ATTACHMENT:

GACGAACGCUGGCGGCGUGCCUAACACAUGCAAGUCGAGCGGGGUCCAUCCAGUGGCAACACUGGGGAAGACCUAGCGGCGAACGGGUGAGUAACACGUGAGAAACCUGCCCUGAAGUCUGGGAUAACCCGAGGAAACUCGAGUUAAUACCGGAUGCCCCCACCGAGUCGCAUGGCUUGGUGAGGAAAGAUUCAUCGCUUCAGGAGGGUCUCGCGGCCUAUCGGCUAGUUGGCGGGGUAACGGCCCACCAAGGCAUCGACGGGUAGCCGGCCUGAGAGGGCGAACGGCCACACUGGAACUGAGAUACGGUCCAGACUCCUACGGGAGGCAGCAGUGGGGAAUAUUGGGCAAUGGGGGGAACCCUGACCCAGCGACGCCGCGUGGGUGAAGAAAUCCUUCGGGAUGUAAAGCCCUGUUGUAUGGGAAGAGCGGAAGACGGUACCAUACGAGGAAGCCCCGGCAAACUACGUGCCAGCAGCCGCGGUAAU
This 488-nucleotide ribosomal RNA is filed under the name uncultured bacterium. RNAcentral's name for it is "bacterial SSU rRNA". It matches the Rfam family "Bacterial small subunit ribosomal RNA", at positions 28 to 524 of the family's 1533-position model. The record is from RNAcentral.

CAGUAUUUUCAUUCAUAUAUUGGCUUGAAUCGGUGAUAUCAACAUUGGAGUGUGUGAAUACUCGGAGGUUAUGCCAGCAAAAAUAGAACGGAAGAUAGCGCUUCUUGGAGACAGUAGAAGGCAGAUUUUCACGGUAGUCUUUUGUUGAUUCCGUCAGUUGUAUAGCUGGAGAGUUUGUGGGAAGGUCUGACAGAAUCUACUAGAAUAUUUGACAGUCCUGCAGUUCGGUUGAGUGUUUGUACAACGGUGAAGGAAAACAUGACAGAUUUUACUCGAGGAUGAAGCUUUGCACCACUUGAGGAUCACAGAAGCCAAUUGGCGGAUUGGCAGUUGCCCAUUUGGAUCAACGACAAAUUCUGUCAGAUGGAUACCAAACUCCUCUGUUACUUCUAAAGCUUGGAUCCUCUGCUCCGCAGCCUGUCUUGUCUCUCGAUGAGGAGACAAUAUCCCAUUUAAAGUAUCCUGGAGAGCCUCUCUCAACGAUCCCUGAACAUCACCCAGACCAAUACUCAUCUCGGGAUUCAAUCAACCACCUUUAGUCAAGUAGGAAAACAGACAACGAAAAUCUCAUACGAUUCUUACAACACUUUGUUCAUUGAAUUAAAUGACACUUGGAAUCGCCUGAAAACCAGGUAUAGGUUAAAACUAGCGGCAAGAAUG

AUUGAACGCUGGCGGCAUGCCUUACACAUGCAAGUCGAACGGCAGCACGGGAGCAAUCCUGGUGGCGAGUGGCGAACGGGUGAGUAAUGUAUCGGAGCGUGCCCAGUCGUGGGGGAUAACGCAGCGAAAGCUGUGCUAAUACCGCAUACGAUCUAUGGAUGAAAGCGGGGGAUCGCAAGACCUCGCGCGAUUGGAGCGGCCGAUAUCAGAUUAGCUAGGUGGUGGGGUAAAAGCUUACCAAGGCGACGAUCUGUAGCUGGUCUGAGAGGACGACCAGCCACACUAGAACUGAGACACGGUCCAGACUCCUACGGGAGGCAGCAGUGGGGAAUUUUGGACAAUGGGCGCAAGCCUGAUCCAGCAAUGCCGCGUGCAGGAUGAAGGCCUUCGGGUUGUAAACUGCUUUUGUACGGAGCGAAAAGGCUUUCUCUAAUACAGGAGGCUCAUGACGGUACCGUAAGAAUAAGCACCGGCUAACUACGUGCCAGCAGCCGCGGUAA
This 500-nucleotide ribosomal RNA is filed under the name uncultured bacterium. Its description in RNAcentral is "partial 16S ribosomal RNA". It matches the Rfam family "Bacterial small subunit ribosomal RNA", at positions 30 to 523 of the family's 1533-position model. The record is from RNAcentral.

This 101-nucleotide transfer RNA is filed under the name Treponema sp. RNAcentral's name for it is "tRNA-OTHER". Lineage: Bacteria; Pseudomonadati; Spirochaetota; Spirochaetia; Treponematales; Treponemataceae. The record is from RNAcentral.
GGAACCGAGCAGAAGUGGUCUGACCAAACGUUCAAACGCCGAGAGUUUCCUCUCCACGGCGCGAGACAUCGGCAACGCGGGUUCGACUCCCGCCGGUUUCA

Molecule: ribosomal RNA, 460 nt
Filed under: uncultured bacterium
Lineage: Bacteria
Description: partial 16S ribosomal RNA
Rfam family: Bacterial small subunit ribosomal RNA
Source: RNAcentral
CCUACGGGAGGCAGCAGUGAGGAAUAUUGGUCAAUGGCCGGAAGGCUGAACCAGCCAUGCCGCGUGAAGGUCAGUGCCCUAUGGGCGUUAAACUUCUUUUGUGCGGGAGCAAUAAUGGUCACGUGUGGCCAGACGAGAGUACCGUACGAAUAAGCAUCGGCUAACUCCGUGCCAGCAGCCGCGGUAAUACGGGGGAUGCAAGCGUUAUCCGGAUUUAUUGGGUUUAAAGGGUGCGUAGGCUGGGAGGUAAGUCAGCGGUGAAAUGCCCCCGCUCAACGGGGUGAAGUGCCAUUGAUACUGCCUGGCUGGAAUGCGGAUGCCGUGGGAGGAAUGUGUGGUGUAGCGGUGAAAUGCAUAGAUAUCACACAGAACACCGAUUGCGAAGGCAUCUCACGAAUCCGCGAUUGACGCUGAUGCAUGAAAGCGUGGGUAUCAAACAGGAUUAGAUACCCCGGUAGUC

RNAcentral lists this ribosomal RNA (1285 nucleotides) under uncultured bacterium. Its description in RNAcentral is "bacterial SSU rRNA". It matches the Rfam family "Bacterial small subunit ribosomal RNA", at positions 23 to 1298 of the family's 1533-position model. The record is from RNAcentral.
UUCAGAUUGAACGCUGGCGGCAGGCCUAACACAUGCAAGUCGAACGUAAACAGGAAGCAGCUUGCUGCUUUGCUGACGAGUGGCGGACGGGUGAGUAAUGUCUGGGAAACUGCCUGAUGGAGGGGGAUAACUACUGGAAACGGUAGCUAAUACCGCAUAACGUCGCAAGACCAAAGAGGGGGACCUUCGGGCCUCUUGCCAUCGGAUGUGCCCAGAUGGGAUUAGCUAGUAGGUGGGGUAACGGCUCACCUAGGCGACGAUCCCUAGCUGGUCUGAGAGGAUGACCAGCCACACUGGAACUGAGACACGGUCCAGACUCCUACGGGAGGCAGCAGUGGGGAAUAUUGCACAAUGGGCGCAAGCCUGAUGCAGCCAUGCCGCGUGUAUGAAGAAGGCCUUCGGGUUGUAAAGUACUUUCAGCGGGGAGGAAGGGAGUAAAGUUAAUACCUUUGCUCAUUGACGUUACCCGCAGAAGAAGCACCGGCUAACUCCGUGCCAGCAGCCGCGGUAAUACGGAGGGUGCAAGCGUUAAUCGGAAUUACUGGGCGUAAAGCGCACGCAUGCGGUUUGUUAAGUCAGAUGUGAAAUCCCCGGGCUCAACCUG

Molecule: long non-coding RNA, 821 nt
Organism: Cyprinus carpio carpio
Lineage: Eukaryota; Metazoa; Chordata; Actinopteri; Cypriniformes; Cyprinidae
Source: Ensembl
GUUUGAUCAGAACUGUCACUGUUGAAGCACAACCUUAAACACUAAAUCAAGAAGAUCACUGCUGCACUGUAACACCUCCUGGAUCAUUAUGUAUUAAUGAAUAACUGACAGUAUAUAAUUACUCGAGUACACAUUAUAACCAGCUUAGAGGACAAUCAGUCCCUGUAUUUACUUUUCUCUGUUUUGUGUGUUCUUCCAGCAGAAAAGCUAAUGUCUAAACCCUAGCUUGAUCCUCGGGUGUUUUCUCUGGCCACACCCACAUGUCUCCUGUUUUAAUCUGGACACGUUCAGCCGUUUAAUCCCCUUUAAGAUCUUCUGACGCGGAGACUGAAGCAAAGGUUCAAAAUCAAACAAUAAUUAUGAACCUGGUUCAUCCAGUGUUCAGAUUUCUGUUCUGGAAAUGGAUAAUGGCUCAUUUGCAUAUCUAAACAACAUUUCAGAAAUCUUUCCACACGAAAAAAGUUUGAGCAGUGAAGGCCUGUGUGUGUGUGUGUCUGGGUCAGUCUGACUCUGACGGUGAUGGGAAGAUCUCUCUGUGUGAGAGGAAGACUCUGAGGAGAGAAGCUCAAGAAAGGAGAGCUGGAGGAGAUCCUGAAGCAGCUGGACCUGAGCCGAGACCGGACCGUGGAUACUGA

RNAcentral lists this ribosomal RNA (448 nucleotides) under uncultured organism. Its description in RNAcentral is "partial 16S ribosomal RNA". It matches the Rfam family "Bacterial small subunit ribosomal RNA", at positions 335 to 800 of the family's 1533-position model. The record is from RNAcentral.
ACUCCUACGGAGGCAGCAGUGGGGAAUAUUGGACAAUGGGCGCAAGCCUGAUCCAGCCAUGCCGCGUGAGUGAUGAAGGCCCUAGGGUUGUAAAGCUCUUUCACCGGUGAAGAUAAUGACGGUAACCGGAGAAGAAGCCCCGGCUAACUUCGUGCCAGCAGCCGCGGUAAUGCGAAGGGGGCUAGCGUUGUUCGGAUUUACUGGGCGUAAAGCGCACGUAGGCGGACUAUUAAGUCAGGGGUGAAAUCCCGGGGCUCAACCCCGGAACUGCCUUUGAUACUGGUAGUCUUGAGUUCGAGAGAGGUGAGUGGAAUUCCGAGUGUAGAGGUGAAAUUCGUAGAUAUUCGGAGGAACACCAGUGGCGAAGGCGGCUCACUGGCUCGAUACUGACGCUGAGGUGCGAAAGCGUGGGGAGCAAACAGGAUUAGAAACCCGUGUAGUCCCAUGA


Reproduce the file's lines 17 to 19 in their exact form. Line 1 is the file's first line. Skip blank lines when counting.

Molecule: long non-coding RNA, 821 nt
Organism: Cyprinus carpio carpio
Lineage: Eukaryota; Metazoa; Chordata; Actinopteri; Cypriniformes; Cyprinidae